30. The Finance Act, 1987, w.e.f. 1st April, 1988, omitted this clause, the effect of which was that distribution of capital assets on the dissolution of a firm would w.e.f. 1st April, 1988 be regarded as “transfer”. Therefore, instead of amending s. 2(47), the amendment was carried out by the Finance Act, 1987, by omitting s. 47(ii), the result of which was that distribution of capital assets on the dissolution of a firm was regarded as “transfer”. The effect was that the profits or gains arising from the transfer of a capital asset by a firm to a partner on dissolution or otherwise would be chargeable as the firm’s income in the previous year in which the transfer took place and for the purposes of computation of capital gains, the fair market value of the asset on the date of transfer was deemed to be the full value of the consideration received or accruing as a result of the transfer.

31. Thus Parliament brought into the tax net transactions whereby assets were brought into a firm or taken out of the firm. Thus s. 45(4) covers cases where there is dissolution of the firm and distribution of assets of the firm by the firm to its partners.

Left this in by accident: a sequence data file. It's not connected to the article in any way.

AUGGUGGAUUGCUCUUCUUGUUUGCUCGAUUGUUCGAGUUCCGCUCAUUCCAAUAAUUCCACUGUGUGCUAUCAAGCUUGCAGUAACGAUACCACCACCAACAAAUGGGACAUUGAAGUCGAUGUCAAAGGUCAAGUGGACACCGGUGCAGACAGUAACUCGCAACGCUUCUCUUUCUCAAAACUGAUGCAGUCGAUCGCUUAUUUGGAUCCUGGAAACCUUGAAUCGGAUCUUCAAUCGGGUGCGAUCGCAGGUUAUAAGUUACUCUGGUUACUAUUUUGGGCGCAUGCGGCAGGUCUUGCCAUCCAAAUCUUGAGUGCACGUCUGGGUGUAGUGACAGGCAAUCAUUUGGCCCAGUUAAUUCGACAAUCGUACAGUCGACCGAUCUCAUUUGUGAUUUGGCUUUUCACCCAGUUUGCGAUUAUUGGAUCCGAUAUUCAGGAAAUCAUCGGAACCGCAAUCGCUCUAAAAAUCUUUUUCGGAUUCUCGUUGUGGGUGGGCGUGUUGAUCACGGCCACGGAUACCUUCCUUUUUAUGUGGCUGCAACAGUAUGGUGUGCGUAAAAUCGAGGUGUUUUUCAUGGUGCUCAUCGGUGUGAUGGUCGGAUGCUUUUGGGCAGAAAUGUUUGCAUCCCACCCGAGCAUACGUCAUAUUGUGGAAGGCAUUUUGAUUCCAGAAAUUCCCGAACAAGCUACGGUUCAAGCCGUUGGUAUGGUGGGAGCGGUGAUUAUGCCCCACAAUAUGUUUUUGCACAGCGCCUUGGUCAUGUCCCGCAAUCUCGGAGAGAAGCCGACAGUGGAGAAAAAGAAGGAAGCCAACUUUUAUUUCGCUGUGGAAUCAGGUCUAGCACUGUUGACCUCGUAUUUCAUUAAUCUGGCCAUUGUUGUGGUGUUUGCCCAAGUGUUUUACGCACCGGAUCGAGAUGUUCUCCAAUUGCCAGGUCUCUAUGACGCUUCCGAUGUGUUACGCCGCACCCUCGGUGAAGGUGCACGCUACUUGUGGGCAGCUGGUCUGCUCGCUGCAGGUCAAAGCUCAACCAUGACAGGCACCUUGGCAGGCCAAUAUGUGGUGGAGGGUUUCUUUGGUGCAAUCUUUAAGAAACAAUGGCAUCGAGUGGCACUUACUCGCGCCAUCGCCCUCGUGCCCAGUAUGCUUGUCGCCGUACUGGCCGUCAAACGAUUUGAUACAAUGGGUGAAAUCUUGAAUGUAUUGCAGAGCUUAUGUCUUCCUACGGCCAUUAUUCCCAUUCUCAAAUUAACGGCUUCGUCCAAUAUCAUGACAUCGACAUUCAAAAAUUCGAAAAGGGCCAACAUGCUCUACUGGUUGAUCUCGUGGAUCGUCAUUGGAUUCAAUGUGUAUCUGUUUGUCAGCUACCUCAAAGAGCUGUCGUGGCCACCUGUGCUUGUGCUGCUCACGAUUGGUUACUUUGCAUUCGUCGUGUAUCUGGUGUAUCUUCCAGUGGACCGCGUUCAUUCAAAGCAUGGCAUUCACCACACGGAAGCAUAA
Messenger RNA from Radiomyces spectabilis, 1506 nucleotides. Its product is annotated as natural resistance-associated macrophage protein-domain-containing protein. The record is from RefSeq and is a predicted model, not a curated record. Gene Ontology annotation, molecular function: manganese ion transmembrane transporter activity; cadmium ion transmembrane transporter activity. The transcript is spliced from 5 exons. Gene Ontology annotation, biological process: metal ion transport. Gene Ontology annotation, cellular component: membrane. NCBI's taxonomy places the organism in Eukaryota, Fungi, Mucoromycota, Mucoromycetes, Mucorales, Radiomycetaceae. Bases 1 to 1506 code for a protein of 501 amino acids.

32. Dissolution and retirement are two different concepts. In the case of retirement, the retiring partner goes out of the firm but the remaining partners continue to carry on the business of the partnership as a firm. In the case of dissolution, the firm no longer exists and the dissolution is between all the partners of the firm.

33. In the case of retirement of a partner there could be two situations. In the first situation there can be a retirement of a partner from the firm and the firm might continue its existence and the retiring partner might be given assets in lieu of amounts payable to him on retirement. This could be done either on the basis of settling amounts standing to the credit of his capital account or on a lump sum basis. There could be a second situation where the retiring partner is paid consideration in cash and he gives up his rights as partner including his rights over the assets of the partnership. This again can be done either on the basis of settling amounts standing to the credit of his capital account or on a lump sum basis.